Big business will ‘upgrade, not innovate’ in 2010

More than half of all IT software spending in 2010 will be directed towards upgrading and maintaining existing applications, a new report from Forrester Research predicts, as enterprise organisations delay plans to adopt new technologies such as cloud computing.

Statistics published by the market watcher show that 52% of enterprises and 18% of small to medium-sized businesses aim to spend their IT budgets on upgrading industry-specific software during the year, while 48% of enterprises and 18% of SMBs intend to do likewise on customer relationship management (CRM) platforms.

The investigation, which canvassed 2,200 IT executives and decision makers across Europe and North America, also showed that about a third of all enterprises had already adopted, or were planning to adopt, software-as-a-service (SaaS) at some point in 2010. Despite this, Forrester claims that vendors are not putting forward a clear case for cutting edge technologies such as cloud computing and infrastructure-as-a-service.

"Despite all the hype around new technologies that hit the market in the past few years, firms are devoting most of their IT spending on already-installed technologies," commented Holger Kisker, senior analyst at Forrester. "As long as businesses are prioritising cost-cutting and efficiency improvements, tech vendors must provide clearer business justifications for their offerings and demonstrate the functional fit with business requirements that their solutions provide."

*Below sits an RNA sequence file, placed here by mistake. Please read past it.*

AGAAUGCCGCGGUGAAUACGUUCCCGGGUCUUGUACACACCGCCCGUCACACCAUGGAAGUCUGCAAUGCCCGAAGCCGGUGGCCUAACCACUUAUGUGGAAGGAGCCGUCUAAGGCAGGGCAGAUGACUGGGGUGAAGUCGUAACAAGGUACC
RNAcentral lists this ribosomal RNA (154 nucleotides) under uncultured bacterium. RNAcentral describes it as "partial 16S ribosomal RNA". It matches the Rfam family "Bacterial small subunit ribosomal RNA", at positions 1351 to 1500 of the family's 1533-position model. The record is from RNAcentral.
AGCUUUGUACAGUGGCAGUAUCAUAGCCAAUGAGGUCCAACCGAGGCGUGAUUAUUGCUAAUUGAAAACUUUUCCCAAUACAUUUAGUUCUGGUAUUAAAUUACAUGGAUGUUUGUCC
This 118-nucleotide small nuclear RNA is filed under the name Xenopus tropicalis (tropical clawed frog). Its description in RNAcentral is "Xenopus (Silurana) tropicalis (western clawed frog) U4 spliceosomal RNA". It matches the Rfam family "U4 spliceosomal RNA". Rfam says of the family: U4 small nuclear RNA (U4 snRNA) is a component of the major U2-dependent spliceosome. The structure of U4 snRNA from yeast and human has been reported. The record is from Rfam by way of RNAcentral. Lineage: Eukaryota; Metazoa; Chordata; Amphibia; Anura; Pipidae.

Earlier this year, industry analyst Gartner forecast that by 2010, a fifth of all enterprises would own no IT infrastructure whatsoever as cloud computing and mobile working practices become more commonplace.

Peter Done

Peter Done is managing director of Peninsula Business Services, the personnel and employment law consultancy he set up having already built a successful betting shop business.

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